The Wife of Bath's Prologue and Tale Contents
- The Prologue: introductory comments
- Part one: l.1 'Experience' - l.76 'Cacche whoso may'
- Part two: l.77 'But this word' - l.134 'To purge uryne'
- Part three: l.135 'But if I seye noght' - l.162 ' Al this sentence'
- Part four: l.163 'Up sterte' - l.192 'For myn entente'
- Part five: l.193 'Now sires' - l.234 'Of hir assent'
- Part six: l.235 'Sire old kanyard' - l.307 'I wol hym noght'
- Part seven: l.308 'But tel me this' - l.378 'This know they'
- Part eight: l.379 'Lordinges, right thus' - l.452 'Now wol I speken'
- Part nine: l.453 'My forthe housebonde' - l.502 'He is now in the grave'
- Part ten: l.503 'Now of my fifthe housebond' - l.542 'Had told to me'
- Part eleven: l.543 'And so bifel' - l.584 'As wel of this'
- Part twelve: l.585 'But now, sire' - l.626 'How poore'
- Part thirteen: l.627 'What sholde I seye' - l.665 'I nolde noght'
- Part fourteen: l.666 'Now wol I seye' - l.710 'That women kan'
- Part fifteen: l.711 'But now to purpos' - l.771 'Somme han kem'
- Part sixteen: l.772 'He spak moore' - l.828 'Now wol I seye'
- Part seventeen: The after words l.829 'The frere lough' - l.856 'Yis dame, quod'
- The Wife of Bath's Tale: Introductory comments
- Part eighteen: l.857 'In the' olde days' - l.898 'To chese weither'
- Part nineteen: l.899 'The queen thanketh' - l.949 'But that tale is nat'
- Part twenty: l.952 'Pardee, we wommen' - l.1004 'These olde folk'
- Part twenty-one: l.1005 'My leve mooder' - l.1072 'And taketh his olde wyf'
- Part twenty-two: l.1073 'Now wolden som men' - l.1105 'Ye, certeinly'
- Part twenty-three: l.1106 'Now sire, quod she' - l.1176 'To lyven vertuously'
- Part twenty-four: l.1177 'And ther as ye' - l.1218 'I shal fulfille'he Holocaust and the creation of
- Part twenty-five: l.1219 'Chese now' - l.1264 'God sende hem'
- Reaction to the Wife's Tale
- Themes in The Wife of Bath's Tale
- The struggle for power in The Wife of Bath's Prologue
- The 'wo' that is in marriage
- The portrayal of gender in The Wife of Bath's Prologue and Tale
- Desire and The Wife of Bath's Tale
- Is there justice in The Wife of Bath's Tale
- Social criticism in The Wife of Bath's Prologue and Tale
- Marriage and sexuality in The Wife of Bath's Prologue and Tale
- Mastery in The Wife of Bath's Prologue and Tale
- Debate, dispute and resolution in The Wife of Bath's Prologue and Tale
- Tale and teller in The Wife of Bath's Prologue and Tale
The portrayal of gender in The Wife of Bath's Prologue and Tale
Gender and power
The struggle in The Wife of Bath's Prologue is ‘gendered'. It is not so much a struggle between two different people as a struggle between a man and a woman. Jankin the clerk has a book of wicked wives, not a book of wicked people.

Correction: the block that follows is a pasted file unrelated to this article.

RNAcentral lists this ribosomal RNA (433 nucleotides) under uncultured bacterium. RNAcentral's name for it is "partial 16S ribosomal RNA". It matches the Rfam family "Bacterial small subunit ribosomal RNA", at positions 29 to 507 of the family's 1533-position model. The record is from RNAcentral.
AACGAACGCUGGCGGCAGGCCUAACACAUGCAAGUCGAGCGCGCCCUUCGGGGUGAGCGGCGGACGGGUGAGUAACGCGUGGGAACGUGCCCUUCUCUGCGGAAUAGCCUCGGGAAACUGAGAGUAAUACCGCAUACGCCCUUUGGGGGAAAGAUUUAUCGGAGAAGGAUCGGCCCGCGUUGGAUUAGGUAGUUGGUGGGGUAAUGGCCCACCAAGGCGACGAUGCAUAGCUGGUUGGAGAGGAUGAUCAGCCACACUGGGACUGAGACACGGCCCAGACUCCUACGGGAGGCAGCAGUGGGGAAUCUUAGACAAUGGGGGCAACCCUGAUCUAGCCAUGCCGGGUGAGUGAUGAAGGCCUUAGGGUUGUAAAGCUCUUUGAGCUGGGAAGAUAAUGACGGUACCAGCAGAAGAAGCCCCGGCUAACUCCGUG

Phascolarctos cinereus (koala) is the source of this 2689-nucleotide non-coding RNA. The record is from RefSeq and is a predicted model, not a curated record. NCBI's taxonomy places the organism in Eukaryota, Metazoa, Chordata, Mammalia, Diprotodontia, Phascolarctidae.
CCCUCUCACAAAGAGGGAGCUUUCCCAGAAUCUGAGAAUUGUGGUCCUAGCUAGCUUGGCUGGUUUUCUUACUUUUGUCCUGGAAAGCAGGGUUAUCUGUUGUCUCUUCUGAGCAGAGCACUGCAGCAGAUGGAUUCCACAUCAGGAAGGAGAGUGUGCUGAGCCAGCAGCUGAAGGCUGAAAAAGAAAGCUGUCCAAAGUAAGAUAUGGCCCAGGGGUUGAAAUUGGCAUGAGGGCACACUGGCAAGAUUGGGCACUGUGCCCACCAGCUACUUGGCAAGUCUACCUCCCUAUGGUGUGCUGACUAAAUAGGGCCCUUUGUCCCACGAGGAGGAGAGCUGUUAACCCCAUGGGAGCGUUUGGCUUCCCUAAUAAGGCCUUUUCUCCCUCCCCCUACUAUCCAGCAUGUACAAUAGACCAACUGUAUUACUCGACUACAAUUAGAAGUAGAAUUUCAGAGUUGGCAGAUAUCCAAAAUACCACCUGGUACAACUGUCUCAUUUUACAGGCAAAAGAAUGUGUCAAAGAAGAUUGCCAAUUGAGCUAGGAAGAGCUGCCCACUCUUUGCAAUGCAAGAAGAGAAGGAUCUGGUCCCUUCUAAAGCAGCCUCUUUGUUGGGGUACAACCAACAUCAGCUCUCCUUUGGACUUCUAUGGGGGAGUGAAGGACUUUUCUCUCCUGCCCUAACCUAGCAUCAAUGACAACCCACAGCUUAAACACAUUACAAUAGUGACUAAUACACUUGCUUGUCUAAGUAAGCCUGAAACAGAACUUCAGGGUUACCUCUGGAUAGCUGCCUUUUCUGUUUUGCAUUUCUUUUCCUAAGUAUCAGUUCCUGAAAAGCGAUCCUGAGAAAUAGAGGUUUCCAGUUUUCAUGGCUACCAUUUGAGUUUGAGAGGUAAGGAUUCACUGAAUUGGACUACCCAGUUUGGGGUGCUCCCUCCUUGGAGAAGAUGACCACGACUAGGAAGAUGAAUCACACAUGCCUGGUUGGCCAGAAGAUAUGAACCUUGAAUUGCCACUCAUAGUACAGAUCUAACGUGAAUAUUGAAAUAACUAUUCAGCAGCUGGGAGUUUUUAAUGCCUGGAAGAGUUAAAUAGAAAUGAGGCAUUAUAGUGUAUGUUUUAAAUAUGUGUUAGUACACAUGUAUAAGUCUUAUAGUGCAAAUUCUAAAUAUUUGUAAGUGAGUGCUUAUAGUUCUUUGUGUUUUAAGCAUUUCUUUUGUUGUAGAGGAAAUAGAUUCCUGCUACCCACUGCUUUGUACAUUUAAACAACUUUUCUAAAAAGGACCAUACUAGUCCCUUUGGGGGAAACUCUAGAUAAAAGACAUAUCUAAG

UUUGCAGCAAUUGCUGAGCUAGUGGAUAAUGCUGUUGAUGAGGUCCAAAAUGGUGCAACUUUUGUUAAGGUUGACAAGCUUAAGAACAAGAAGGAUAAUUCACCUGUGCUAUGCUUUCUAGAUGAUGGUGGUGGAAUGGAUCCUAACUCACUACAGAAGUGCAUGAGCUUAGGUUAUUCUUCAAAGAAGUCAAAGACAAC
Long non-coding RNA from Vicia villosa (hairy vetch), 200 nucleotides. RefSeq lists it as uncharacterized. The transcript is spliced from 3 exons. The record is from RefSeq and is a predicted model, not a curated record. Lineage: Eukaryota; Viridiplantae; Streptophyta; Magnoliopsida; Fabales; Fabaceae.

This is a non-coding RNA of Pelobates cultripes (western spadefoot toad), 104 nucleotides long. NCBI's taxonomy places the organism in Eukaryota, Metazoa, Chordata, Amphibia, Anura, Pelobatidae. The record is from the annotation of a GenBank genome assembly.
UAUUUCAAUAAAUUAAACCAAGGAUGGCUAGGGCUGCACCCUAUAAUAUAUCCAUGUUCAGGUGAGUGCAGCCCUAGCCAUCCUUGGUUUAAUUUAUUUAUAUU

The gender distinctions in The Prologue seem distinctly marked. Men seem to be economically powerful and educated, women seem to have to get what they need by appealing to - or tricking - men. In this respect, the Wife exposes the weaker side of the men she marries, who can be manipulated through their desire for sex and status. But the location of wealth changes the situation. The widowed Wife is powerful and independent - until she gives her assets to Jankin l. 630. (See social / political context > Marriage in England in the fourteenth century.)
In many ways the Wife and her spouses conform to traditional gender ‘types':
- Dame Alison's older husbands are cantankerous, miserly, suspicious, yet easily duped and enslaved by their own desire for sex
- Jankin adds to the mix with clerical misogyny which reinforces the male suspicion of all women as the inheritors of Eve and thus the cause of men's downfall. Maritally, he is also a bully who expects to be obeyed at every turn
- The Wife is bossy, garrulous, compelled to gossip, deceitful and sexually voracious.
Yet we engage with the Wife as a rounded person whose fictional character encompasses more than the stereotype suggests. We enjoy her lust for life and new experiences, her heartfelt desire for love and acceptance, the way in which she makes the best of the circumstances she faces, combined with the realisation that the years are robbing her of her charms. Chaucer enables us to laugh at her and feel for her at the same time.
The interruption of the Pardoner shifts the sense of clear gender distinction, although we have to know the description of the Pardoner in Chaucer's General Prologue to the Canterbury Tales to be aware of this. The Pardoner lacks a beard and has a voice like a goat. Having attempted to stem the flow of female diatribe by a ‘masculine' undercutting of her account, his sexual ambivalence in fact makes a joke of his interruption (l.163) stating that he was about to marry.
Gender in the Tale
Gender is partly the subject of The Wife of Bath's Tale:
- Initially, the Knight commits the ultimate gender crime, denying the personhood of the girl he rapes
- In return, he is then put at the mercy of the Queen and an entirely female court
- The Knight's quest is not about what people most desire, but discovering what women most want. Ostensibly it is about female ‘maistrie' over men.
Yet ultimately, the gender opposition this implies breaks down. The marriage between the Knight and the magical lady seems successful because both are prepared to compromise, taking – and relinquishing – control within the relationship.
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